• Tenant estoppel agreements obtained prior to closing document whether, and to what extent, a tenant has claims against the landlord/seller for breaches of landlord’s obligations under the lease.

  • Warranties on construction of the buildings and equipment may be in effect and can be assigned to the buyer.

Review and Summary of Leases

  • A summary of lease terms is useful to determining the value of the property.

  • A review of the leases will reveal tenant rights to lease extensions, purchase of the property or early terminations of the lease.

  • A review of the leases will reveal the leases’ term length and amounts of current and future rentals.

  • Tenant estoppel certificates can confirm that no landlord or tenant defaults exist.

  • A review of the leases can reveal landlord commitments to maintenance, signage, exclusive parking and exclusive use restrictions.


The importance of conducting organized, concerted efforts to determine all there is to know about a potential investment in commercial real estate cannot be understated. A wise buyer intending to invest in commercial real estate conducts an investigation into historic records concerning the property maintained by the seller and local governments, the condition of the property’s title, a physical examination of the property, its physical characteristics and infrastructure, and various contracts – such as leases – that affect the property. These due diligence activities maximize the investment decision and minimize post-acquisition risk.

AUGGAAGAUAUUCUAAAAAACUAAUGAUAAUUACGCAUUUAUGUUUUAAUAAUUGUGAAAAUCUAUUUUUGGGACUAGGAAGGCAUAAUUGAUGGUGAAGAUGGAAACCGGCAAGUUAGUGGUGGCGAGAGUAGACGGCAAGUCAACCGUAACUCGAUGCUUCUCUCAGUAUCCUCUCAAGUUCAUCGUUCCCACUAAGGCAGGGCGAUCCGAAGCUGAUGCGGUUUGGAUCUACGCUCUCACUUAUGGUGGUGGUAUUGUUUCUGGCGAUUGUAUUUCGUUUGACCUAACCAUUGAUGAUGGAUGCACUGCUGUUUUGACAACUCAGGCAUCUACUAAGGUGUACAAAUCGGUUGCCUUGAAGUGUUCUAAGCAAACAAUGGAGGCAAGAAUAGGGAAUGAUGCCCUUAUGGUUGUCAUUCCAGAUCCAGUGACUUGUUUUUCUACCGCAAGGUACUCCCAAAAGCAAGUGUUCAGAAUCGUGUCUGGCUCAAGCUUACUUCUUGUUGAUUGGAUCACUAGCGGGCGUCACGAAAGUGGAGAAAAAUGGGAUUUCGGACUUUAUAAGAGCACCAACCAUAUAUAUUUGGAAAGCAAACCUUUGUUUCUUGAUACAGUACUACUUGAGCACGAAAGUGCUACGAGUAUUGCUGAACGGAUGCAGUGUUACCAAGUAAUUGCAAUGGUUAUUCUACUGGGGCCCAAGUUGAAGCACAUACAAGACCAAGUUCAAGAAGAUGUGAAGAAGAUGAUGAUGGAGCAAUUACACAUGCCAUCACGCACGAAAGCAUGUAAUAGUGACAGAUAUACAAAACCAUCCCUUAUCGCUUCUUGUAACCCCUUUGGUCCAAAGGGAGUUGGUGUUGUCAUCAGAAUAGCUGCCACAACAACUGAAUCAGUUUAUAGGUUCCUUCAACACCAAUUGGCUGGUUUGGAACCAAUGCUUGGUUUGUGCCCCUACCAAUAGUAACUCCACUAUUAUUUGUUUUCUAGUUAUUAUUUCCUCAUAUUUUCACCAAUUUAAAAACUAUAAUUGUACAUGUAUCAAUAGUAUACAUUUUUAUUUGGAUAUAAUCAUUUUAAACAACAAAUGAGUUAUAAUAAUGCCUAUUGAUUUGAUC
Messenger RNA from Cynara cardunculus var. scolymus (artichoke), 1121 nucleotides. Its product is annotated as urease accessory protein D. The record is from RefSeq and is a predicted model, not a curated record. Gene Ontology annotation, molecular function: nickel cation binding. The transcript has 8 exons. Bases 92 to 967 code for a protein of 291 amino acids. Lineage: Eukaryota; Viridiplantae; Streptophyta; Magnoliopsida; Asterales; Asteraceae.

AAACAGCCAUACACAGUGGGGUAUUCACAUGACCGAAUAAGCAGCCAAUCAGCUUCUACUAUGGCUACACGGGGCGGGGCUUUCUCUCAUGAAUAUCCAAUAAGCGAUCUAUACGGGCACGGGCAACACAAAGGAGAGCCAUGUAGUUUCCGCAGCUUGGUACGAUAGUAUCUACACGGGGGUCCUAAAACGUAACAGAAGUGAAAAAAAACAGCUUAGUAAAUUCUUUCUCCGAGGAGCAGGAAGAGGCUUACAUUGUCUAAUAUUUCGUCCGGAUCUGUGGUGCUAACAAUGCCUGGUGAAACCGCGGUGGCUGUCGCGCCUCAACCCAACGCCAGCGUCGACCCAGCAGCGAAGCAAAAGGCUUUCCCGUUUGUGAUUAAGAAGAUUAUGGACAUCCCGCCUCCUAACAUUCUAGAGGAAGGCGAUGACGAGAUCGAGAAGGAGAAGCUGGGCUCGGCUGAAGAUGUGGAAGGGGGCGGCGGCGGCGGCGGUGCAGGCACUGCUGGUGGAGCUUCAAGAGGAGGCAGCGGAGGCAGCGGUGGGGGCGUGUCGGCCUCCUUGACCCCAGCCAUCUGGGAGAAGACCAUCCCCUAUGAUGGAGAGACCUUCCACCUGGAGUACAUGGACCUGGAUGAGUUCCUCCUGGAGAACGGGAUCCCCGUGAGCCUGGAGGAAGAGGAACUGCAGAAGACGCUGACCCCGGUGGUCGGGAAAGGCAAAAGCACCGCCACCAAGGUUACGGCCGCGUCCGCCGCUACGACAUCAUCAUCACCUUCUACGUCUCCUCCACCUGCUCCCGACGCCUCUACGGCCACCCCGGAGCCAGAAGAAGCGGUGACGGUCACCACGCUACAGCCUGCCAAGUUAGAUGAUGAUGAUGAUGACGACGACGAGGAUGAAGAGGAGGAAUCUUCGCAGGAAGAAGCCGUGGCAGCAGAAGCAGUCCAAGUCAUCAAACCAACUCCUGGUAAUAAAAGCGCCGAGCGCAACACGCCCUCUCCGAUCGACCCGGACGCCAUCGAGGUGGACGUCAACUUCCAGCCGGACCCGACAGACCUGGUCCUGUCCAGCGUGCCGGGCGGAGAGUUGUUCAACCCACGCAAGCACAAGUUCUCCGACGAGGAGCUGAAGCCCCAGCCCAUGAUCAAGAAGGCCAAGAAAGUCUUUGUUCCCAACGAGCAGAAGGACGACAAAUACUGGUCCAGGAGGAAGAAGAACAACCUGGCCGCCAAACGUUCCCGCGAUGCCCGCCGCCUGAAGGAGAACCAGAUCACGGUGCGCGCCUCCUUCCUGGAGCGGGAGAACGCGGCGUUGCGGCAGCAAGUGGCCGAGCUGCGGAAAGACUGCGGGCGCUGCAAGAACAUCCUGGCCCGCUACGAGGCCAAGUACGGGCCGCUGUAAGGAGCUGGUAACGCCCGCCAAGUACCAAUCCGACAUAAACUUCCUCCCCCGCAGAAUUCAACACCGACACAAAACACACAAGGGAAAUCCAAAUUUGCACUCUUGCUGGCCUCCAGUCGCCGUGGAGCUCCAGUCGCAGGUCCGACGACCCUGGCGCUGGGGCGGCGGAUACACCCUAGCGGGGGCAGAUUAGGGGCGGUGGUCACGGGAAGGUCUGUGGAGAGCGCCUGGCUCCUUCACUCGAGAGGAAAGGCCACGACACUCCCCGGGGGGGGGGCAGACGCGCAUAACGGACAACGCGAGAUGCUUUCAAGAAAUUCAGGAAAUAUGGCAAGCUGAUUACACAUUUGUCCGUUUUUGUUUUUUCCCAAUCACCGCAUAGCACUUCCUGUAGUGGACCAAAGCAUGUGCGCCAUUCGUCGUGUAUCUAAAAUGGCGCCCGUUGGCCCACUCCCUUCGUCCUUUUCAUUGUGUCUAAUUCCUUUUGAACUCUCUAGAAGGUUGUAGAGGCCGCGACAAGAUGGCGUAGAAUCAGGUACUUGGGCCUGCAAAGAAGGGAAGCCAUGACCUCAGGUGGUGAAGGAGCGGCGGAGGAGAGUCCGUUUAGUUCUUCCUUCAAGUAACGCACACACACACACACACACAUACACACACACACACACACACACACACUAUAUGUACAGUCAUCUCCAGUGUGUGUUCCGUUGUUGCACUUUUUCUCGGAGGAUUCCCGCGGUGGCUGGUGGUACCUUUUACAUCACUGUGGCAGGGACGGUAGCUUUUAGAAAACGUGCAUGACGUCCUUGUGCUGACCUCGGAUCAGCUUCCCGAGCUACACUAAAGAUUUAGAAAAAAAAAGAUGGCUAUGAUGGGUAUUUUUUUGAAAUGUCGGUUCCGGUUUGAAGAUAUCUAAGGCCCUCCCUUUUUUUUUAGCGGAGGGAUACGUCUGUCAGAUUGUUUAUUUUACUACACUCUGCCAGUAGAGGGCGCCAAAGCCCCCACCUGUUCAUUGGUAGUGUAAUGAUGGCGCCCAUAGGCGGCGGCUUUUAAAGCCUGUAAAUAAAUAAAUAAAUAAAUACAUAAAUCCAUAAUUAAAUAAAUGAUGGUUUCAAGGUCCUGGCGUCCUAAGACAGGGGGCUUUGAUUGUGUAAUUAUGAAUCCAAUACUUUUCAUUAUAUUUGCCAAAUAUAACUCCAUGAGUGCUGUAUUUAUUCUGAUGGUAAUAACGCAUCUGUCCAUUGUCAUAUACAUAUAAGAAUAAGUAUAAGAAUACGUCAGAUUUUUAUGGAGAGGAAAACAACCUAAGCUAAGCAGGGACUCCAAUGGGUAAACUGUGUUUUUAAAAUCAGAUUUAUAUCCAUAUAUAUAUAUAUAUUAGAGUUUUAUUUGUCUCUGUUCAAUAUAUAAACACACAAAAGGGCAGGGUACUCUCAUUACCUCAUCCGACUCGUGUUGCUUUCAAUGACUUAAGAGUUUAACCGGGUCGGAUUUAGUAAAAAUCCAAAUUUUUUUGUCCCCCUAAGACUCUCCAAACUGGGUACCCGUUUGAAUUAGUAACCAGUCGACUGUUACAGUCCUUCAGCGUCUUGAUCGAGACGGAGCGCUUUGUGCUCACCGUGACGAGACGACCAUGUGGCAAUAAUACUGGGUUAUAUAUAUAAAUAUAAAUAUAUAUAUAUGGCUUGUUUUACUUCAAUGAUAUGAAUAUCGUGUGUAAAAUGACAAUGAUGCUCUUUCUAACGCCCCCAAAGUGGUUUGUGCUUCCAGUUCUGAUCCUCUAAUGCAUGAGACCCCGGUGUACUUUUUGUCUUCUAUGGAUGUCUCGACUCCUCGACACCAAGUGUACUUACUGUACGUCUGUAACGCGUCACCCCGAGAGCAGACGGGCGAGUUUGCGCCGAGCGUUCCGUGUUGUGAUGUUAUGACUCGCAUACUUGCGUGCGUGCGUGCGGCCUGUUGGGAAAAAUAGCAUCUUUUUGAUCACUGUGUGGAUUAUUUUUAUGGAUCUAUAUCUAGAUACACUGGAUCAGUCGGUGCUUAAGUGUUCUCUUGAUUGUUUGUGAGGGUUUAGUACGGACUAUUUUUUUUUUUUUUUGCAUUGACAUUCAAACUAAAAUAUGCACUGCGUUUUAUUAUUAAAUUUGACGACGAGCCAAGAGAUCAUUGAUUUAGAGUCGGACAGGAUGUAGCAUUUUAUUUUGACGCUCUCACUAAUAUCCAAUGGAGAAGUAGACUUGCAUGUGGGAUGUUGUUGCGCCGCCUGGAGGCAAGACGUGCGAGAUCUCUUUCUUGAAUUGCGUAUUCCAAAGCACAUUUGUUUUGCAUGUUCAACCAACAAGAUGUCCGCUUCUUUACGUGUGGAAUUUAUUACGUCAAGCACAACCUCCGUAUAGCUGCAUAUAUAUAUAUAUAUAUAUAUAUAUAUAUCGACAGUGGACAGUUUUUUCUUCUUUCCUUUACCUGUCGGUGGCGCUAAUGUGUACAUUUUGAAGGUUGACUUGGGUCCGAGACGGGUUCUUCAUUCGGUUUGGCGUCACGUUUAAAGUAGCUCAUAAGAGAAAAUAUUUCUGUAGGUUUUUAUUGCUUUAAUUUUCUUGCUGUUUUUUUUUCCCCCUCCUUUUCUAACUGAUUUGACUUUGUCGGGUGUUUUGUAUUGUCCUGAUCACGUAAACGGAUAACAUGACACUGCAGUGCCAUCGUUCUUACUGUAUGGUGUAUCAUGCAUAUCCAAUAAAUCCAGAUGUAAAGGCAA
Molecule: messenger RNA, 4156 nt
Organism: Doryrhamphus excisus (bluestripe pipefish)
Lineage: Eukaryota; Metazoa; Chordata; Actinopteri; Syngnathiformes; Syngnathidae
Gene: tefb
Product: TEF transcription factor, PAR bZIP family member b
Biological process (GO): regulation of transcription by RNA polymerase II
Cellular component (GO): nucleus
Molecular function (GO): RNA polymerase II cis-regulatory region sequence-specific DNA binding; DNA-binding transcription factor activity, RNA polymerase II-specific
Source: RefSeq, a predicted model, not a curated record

Janet Jackim represents buyers, sellers, borrowers, lenders, developers, landlords and tenants of commercial real estate in Arizona. Janet has been practicing law, with an emphasis on commercial real estate and business, since 1978, and she has completed thousands of commercial real estate transactions. Janet can be contacted at 480-425-2616 (office) or 480-513-9288 (cell) or email.